Thursday, November 13, 2008

What Kind of Art Sells

I frequent artist discussion websites and frequently see posts from midlifers looking to get into the "art biz".

Of course, think that's great. Many of us are finally tapping into the creative sides of our personalities that have long been pushed down by work and family demands. And selling art is a thrill. To know that someone parted with THEIR hardearned dollars to own something you created is an incredible feeling.

But it saddens me when I see the cart before the horse.

I see people with 5 year business plans, who work diligently on getting their "brand name" out there, who work on pricing like it's a widget (let's see, if it takes me 10 hours to paint, plus $20 in supplies, plus overhead, plus my salary per hour...I get $___ per painting!) who want to maximize the profit by producing the most salable art...whether they like it or not.

This makes for some very bad art.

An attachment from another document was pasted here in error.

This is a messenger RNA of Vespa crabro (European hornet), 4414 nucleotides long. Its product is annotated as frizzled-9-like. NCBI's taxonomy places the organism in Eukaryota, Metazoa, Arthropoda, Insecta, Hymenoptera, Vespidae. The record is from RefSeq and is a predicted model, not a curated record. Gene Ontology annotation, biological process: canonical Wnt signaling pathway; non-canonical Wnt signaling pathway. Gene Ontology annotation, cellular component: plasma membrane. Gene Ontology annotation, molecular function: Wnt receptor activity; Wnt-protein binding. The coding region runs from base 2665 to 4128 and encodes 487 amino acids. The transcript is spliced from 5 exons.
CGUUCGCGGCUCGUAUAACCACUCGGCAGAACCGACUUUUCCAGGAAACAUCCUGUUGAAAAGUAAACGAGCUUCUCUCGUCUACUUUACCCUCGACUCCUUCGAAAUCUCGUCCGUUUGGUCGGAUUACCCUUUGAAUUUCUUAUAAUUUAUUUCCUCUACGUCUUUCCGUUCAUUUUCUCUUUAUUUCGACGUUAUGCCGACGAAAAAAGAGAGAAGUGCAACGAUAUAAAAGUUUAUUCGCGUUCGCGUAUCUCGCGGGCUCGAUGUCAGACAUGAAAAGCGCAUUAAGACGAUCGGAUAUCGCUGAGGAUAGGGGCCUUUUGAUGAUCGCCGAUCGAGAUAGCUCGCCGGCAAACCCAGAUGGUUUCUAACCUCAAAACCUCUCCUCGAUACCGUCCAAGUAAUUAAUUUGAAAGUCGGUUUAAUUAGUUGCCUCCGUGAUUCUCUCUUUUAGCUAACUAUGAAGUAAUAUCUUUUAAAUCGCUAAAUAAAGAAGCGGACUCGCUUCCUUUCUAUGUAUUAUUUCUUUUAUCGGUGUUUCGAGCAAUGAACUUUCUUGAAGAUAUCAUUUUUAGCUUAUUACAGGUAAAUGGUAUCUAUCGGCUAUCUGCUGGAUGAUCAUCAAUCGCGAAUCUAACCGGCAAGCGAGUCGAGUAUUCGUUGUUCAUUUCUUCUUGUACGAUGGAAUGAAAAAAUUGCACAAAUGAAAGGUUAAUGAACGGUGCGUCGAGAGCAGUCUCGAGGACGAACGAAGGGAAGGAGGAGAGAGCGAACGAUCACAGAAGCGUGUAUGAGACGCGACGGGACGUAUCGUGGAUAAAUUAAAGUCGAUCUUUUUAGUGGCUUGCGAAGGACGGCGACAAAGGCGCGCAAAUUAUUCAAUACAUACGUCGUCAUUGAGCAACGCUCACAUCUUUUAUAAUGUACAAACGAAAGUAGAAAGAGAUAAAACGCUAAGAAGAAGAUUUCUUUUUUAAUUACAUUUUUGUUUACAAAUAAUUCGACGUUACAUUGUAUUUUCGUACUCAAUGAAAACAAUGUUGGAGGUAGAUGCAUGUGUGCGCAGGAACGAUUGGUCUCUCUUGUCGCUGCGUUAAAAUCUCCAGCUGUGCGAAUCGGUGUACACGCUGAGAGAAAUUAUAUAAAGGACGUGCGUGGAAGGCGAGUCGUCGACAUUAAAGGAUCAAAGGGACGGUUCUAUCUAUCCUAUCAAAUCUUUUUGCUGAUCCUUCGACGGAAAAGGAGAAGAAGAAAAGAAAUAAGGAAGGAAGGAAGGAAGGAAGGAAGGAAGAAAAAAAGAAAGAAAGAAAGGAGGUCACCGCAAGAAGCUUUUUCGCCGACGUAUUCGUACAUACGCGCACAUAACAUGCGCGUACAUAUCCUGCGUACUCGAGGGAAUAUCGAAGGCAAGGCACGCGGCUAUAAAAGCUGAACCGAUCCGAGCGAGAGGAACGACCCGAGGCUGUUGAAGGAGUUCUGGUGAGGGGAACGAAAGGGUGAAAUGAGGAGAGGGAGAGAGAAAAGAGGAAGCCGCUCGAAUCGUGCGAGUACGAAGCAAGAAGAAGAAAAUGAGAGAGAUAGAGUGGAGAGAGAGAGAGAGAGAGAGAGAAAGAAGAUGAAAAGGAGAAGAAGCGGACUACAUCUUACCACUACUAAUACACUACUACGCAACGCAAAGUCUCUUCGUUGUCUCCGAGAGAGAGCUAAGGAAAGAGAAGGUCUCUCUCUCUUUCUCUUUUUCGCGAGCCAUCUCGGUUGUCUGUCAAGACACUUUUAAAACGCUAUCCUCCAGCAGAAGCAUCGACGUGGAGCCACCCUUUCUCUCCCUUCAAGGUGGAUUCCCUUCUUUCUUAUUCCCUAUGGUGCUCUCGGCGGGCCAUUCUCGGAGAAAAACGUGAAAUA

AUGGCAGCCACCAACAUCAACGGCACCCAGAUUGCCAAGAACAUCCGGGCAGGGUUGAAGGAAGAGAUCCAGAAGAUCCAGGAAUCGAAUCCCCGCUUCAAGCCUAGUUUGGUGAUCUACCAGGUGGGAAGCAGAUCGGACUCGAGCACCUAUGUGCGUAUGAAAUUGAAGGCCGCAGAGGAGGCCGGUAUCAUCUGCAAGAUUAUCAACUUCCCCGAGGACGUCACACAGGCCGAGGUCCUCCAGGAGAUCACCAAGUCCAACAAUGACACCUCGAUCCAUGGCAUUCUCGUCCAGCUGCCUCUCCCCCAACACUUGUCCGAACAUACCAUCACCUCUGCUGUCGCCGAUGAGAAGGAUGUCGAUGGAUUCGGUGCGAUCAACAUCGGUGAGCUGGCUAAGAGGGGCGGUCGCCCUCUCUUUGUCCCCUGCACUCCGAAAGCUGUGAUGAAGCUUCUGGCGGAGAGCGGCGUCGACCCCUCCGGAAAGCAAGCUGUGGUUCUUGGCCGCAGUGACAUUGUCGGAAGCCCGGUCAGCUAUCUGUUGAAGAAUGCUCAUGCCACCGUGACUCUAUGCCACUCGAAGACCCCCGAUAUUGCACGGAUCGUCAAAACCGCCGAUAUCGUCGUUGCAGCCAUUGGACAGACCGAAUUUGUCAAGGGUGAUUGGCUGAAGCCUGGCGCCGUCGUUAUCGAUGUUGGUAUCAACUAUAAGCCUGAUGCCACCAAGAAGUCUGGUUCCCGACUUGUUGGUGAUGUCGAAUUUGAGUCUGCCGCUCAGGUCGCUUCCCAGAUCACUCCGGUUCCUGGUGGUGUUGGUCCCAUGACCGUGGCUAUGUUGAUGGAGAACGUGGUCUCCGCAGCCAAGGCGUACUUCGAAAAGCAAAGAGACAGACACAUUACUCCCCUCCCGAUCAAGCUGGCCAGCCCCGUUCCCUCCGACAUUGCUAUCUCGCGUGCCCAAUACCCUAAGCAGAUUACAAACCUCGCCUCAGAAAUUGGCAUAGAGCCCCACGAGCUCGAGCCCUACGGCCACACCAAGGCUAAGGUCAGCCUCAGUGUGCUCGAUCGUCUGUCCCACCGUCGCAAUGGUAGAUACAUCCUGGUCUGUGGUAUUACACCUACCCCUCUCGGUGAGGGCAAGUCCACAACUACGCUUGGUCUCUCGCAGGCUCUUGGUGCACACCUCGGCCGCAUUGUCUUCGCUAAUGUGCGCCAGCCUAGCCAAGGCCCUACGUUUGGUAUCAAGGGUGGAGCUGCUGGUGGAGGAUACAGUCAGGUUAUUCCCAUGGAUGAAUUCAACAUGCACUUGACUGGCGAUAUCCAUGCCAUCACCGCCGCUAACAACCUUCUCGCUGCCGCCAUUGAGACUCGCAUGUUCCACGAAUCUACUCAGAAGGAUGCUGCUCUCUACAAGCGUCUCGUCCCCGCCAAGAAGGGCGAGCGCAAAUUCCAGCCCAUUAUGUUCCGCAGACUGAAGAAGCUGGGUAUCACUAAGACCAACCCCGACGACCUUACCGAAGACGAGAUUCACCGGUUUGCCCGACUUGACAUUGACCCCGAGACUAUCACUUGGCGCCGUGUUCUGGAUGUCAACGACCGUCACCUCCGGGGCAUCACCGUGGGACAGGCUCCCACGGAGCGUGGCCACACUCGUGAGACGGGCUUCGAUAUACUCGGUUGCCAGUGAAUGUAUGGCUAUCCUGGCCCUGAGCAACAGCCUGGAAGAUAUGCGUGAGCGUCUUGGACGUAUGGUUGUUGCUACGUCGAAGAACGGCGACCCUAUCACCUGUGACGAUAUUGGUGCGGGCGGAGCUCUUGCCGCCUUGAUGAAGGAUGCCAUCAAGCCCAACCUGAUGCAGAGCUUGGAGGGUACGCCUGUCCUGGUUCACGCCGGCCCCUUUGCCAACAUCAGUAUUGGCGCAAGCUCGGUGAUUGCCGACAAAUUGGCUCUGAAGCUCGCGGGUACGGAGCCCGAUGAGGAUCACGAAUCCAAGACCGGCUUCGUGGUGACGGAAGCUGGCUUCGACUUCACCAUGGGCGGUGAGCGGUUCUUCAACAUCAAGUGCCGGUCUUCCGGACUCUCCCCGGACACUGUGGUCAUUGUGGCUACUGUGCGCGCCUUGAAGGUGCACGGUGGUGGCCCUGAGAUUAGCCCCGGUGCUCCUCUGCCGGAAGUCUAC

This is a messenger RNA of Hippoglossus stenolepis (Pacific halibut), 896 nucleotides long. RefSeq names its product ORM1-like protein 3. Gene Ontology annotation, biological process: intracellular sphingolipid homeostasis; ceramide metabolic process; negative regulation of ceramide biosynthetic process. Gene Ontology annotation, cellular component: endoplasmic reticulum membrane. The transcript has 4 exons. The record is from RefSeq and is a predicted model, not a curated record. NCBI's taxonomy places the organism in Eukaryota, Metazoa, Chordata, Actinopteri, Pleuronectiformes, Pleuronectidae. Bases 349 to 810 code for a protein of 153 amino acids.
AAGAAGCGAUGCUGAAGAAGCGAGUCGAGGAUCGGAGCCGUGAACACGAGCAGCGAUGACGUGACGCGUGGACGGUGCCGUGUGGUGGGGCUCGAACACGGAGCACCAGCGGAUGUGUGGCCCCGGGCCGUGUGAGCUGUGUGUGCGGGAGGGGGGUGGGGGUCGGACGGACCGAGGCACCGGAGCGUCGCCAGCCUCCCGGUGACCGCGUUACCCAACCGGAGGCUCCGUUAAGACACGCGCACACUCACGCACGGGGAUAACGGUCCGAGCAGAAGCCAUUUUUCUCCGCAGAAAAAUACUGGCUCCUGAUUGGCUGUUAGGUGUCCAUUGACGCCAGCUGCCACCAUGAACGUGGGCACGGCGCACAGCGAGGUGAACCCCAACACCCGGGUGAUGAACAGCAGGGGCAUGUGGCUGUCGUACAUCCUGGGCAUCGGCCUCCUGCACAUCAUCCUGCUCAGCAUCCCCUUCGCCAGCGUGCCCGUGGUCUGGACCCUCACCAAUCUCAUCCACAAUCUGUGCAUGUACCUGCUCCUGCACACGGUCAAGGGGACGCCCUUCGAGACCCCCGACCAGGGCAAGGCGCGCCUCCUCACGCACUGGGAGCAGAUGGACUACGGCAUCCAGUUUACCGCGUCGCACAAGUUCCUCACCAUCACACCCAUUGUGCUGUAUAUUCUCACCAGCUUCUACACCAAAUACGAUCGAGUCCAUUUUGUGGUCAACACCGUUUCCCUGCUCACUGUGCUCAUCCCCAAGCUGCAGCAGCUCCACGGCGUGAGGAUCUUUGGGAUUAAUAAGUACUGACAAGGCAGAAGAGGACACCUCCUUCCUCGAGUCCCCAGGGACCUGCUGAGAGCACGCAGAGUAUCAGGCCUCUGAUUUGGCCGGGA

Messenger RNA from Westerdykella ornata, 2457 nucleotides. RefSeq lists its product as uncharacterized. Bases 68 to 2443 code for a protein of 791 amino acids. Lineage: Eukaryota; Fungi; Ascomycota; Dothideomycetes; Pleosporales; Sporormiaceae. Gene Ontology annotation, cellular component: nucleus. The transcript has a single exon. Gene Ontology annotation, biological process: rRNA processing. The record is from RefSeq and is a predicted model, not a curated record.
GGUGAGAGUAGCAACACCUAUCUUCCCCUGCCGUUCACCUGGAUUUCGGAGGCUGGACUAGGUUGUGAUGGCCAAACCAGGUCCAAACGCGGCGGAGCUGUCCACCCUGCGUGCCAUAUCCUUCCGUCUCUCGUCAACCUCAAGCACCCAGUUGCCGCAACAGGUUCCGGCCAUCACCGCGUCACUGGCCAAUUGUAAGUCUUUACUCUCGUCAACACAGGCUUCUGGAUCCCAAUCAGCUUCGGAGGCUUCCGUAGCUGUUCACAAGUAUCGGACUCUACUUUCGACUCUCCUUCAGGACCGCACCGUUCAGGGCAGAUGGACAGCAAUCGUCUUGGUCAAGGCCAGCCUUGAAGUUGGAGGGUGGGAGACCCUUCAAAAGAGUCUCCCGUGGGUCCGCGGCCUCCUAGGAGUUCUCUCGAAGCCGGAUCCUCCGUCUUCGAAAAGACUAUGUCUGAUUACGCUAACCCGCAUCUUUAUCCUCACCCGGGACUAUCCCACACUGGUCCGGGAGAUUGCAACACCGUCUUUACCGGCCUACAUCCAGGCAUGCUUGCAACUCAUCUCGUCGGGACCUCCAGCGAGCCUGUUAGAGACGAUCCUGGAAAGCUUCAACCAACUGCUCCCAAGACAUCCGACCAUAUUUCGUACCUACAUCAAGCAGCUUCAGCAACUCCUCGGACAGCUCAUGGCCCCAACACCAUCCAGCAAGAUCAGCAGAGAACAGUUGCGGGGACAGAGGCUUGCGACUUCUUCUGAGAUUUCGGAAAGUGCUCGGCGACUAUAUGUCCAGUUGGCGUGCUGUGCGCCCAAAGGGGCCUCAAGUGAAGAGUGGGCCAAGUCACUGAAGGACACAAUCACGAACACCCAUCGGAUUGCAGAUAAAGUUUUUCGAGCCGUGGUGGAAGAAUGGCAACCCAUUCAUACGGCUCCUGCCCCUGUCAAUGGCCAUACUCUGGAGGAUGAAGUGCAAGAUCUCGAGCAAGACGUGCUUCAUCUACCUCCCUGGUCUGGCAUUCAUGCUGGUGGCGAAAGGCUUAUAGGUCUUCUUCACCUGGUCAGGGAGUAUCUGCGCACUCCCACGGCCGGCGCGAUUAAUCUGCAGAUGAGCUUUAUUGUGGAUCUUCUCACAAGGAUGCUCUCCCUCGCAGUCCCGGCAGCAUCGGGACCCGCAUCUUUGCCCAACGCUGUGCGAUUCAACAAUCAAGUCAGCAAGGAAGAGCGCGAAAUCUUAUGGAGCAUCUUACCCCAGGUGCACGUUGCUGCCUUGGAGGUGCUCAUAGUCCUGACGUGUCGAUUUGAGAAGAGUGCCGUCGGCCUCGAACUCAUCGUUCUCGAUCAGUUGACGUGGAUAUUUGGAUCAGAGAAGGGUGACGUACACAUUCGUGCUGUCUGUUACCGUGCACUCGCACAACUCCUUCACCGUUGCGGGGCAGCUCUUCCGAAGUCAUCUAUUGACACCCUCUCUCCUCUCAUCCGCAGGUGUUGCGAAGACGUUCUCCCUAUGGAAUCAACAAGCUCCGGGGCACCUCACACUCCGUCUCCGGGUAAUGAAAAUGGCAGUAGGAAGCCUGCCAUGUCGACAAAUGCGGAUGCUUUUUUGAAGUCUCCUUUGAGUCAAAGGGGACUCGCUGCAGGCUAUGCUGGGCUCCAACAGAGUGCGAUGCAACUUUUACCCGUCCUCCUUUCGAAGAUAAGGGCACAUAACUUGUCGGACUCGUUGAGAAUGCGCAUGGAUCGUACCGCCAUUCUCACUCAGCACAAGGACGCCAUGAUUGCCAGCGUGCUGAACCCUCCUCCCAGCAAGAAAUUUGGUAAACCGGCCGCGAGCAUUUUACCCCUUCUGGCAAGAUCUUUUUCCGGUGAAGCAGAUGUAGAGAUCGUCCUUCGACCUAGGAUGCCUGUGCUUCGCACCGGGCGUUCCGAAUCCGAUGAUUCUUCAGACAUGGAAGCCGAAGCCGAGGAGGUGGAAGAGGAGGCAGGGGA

If your heart isn't in it, it shows. Trust me. I've seen abstracts done by people who honestly believed that a monkey could do it...and don't sell.

I've seen landscapes by people who never go can you possibly capture the feel and mood of the outdoors if you never experience it? One of my favorite painters is Florida painter, Linda Blondheim, and I love her work because I was raised in Florida, spent a lot of time in nature with my parents, and swear I can smell and feel Florida outdoors when I look at Linda's work. Now Linda is not strictly a plein air painter, she combines both outdoor work with studio painting to make her magnificent paintings, but you can tell...she's been there, felt that and best of all, loves that and it comes through.